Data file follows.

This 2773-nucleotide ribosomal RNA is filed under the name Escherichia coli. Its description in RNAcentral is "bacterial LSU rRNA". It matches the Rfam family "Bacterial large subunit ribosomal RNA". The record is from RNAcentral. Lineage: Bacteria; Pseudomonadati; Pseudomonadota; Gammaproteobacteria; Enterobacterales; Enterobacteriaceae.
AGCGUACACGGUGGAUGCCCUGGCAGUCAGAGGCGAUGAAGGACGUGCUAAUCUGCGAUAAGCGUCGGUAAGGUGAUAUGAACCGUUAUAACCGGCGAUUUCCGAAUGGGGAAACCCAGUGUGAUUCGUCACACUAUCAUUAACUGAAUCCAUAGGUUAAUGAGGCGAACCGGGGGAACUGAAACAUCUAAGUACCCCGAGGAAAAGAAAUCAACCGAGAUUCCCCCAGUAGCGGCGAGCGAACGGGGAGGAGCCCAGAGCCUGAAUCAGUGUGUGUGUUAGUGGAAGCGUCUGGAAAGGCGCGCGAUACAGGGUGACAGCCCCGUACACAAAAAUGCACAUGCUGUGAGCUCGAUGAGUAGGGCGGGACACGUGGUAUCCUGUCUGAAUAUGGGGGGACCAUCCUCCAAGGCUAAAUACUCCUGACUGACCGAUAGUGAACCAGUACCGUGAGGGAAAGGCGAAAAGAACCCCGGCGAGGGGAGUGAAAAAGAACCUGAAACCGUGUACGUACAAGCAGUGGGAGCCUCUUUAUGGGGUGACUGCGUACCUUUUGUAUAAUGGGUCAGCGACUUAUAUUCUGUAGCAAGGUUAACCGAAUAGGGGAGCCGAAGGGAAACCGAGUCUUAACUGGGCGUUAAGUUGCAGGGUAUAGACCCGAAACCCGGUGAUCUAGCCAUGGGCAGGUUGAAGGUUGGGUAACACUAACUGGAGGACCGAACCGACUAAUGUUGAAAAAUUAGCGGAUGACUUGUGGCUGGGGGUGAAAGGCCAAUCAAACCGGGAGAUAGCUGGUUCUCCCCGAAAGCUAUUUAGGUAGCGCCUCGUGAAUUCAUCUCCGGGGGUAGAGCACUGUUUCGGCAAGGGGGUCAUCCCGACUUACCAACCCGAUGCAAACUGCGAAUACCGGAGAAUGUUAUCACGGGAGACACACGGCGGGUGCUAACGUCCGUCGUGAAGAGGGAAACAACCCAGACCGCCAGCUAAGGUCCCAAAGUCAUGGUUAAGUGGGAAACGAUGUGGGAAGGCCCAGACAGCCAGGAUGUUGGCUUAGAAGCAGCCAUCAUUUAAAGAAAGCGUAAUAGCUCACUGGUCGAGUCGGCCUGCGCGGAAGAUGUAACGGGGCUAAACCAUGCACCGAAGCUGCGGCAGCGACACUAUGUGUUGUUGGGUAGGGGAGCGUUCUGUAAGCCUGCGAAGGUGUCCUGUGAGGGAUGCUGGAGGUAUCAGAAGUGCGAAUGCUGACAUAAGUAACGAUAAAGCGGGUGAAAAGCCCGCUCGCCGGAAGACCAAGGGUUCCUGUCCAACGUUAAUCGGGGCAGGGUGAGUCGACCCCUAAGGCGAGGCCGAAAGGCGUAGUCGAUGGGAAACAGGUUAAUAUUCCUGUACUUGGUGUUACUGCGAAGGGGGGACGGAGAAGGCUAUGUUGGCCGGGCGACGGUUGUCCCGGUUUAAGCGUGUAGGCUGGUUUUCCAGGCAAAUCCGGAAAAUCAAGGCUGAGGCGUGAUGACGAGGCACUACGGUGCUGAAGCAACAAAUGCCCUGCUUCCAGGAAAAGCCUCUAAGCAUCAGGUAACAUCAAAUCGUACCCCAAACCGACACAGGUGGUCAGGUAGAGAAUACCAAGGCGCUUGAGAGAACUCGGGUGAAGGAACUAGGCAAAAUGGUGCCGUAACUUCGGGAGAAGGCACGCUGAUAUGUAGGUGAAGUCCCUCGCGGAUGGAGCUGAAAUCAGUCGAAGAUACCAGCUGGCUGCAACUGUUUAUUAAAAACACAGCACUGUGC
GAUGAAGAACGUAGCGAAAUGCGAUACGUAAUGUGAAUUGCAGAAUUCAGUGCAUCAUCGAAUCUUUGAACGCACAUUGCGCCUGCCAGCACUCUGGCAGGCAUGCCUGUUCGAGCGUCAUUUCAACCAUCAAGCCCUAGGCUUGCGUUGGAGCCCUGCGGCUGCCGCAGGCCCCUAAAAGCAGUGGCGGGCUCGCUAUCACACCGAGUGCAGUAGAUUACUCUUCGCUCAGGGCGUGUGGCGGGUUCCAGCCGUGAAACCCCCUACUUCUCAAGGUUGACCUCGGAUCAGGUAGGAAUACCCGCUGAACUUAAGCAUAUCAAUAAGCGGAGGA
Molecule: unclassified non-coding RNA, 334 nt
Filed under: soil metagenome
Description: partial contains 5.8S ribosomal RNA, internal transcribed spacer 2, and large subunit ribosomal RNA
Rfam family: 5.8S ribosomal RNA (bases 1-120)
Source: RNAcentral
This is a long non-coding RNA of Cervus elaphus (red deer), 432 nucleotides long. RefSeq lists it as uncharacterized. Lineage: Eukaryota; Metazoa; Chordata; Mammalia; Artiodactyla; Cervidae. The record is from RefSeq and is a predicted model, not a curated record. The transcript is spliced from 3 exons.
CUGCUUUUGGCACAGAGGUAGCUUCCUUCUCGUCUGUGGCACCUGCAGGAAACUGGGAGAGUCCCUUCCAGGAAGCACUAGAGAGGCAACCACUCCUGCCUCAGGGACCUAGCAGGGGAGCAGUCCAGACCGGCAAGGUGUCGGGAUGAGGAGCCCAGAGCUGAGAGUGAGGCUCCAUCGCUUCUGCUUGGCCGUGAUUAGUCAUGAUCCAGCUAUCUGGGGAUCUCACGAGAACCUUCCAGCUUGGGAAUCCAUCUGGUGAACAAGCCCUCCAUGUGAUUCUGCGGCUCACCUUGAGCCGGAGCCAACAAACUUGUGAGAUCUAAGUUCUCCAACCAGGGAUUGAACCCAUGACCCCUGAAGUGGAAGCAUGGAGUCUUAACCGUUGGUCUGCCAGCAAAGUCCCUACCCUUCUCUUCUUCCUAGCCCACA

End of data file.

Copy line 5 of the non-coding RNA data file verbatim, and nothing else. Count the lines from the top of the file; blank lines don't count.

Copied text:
Filed under: soil metagenome